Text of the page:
The Pacers played with more energy and purpose when Oladipo was out of the game as well. A reserve lineup of Sabonis, Lance Stephenson, Joe Young, Cory Joseph, and TJ Leaf opened the second period and quickly expanded a five-point lead to 20 midway through the period. It was 27 at halftime, and never less than 22 after that. The Bulls had won in Dallas Friday night and didn't arrive in Indianapolis until about 3 a.m., so the schedule favored the Pacers this time. But so did their own approach to the game.

"They just came out and laid the wood to us from start to finish," Bulls coach Fred Hoiberg said.

The Pacers' effort was unusually inclusive. Wilkins started in place of Bojan Bogdanovic, who was a late scratch because of a sprained left ankle. It was his first start in an NBA game since April 17, 2013, when he scored 15 points in the final game of the season. The Pacers rested all their starters but Stephenson that night, sending him out for the opening tip with Gerald Green, Tyler Hansbrough, Ian Mahinmi, and D. J. Augustin.

Wilkins, who turns 38 on Jan. 11, finished with a season-high 11 in this one, hitting three-of-six 3-pointers in his 22 minutes. When asked if he remembered the last time he had started in an NBA game, Stephenson piped up from 15 feet away with "1952!"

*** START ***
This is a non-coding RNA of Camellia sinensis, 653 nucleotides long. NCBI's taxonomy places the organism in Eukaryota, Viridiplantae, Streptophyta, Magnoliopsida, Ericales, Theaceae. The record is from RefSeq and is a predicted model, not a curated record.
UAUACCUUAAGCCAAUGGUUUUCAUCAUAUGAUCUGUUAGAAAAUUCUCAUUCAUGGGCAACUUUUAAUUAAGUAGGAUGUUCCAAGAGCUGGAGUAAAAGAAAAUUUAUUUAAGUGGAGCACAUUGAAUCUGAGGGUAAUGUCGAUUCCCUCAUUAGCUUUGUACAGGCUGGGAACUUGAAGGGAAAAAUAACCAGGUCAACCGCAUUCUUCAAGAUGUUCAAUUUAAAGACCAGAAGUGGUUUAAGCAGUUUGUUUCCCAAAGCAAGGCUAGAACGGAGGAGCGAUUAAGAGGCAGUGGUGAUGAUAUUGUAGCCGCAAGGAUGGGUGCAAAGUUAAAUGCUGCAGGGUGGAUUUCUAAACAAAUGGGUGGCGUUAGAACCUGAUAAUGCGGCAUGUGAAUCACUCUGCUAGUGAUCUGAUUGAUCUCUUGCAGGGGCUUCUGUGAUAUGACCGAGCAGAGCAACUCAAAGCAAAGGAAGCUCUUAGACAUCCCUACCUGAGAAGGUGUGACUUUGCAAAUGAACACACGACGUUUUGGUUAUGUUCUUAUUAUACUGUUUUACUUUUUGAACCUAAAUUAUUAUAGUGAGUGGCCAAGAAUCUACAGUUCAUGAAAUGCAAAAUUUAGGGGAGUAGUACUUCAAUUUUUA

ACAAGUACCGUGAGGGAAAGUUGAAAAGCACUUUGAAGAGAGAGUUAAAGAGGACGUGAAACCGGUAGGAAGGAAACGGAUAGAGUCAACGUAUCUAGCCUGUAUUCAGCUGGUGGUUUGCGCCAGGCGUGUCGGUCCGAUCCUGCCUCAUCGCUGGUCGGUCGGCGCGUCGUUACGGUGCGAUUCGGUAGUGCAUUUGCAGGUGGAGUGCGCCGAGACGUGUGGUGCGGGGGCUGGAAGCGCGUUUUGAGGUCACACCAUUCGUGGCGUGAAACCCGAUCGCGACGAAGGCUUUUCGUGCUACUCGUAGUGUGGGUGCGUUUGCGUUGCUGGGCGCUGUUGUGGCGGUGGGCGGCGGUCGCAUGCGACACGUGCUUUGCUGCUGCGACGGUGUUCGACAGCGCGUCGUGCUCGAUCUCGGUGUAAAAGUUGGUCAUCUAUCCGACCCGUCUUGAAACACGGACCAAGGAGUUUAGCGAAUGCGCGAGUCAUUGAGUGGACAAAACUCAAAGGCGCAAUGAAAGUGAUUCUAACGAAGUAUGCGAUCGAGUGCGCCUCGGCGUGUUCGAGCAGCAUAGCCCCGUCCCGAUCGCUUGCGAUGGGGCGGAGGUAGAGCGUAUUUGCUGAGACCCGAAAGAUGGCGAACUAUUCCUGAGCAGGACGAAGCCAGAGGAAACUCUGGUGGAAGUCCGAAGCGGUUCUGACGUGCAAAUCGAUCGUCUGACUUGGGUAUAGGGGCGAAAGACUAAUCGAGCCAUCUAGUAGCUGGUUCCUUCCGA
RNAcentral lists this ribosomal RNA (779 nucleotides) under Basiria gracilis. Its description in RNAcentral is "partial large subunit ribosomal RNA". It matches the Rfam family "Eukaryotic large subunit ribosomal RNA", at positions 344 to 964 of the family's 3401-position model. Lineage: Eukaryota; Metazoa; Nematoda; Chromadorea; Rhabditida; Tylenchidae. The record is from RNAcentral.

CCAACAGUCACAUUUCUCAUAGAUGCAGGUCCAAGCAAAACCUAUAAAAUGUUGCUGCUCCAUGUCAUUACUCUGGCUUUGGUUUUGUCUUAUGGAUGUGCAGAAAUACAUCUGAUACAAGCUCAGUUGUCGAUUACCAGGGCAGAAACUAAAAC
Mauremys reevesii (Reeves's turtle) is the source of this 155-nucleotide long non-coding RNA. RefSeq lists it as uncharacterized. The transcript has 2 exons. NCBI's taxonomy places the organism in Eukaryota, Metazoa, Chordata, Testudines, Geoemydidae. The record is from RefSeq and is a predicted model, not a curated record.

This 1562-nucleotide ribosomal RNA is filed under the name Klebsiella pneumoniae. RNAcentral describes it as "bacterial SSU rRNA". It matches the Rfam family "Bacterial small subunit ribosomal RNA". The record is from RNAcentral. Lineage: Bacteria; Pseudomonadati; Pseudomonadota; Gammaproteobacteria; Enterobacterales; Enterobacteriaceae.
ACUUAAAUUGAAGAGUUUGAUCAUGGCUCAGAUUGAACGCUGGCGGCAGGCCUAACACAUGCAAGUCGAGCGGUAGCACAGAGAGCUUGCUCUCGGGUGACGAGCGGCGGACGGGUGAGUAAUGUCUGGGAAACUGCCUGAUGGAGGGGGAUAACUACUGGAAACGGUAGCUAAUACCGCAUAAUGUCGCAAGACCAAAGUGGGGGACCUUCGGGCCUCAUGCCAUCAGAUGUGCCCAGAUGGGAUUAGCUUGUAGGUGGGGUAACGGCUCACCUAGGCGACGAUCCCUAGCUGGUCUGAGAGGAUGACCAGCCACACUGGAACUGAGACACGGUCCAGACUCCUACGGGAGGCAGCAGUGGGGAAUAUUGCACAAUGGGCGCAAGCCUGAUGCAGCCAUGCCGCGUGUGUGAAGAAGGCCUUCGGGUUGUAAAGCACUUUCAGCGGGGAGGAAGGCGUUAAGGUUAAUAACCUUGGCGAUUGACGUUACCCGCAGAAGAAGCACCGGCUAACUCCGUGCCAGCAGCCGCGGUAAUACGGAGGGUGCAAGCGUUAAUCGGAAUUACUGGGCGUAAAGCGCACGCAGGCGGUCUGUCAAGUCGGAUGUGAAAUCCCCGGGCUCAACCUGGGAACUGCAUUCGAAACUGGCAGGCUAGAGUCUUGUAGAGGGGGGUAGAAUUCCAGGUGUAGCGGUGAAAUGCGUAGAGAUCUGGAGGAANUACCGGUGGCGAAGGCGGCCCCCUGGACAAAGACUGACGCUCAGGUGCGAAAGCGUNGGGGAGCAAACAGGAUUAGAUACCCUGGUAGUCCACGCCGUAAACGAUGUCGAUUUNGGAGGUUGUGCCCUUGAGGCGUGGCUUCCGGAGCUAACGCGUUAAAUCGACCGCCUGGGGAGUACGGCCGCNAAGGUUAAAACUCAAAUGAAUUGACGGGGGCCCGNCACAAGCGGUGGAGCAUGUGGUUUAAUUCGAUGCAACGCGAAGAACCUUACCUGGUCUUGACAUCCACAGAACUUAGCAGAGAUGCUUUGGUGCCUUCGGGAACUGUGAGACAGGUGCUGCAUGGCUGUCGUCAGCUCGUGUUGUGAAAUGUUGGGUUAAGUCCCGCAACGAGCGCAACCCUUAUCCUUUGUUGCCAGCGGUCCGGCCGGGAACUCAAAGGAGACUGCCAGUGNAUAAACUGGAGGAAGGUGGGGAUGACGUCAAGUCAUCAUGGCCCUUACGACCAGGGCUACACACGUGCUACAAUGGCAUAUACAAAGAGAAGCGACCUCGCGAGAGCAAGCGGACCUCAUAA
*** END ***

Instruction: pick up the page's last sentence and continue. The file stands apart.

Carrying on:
Told later that Stephenson also had started in that game, Wilkins said, "He probably fouled me."

The 20-year-old Leaf provided another feel-good story to the game. Making his 30th appearance of the season, and playing double-figure minutes (19:35) for the first time since Dec. 4, the rookie forward hit all six of his field goal attempts and scored 15 points. Three of his shots were 3-pointers, and two were impressive dunks that got teammates off the bench.

"TJ's been working extremely hard," McMillan said. "He had two really good practices and showed some improvement on the defensive end of the floor. We're going to get him back into the rotation and allow him to play."

Oladipo was impressed as well.

"He was feathery, too," he said of Leaf.

"He works hard. What you give to the game the game will give to you. He's been working his butt off and it's paying off for him."

Joe Young continued his run of impressive play as well, scoring 11 points on 4-of-6 shooting, and helping spark the second-quarter rally with aggressive defense. He and Leaf looked like players who can allow McMillan to expand his playing rotation a bit further, or at least become capable stand-ins when players go down with injuries.

And so, just like that, the Pacers have again revised the storyline of their season. A magic carpet ride through the rest of the season is unreasonable. But with Oladipo back in the lead role, a good show seems guaranteed.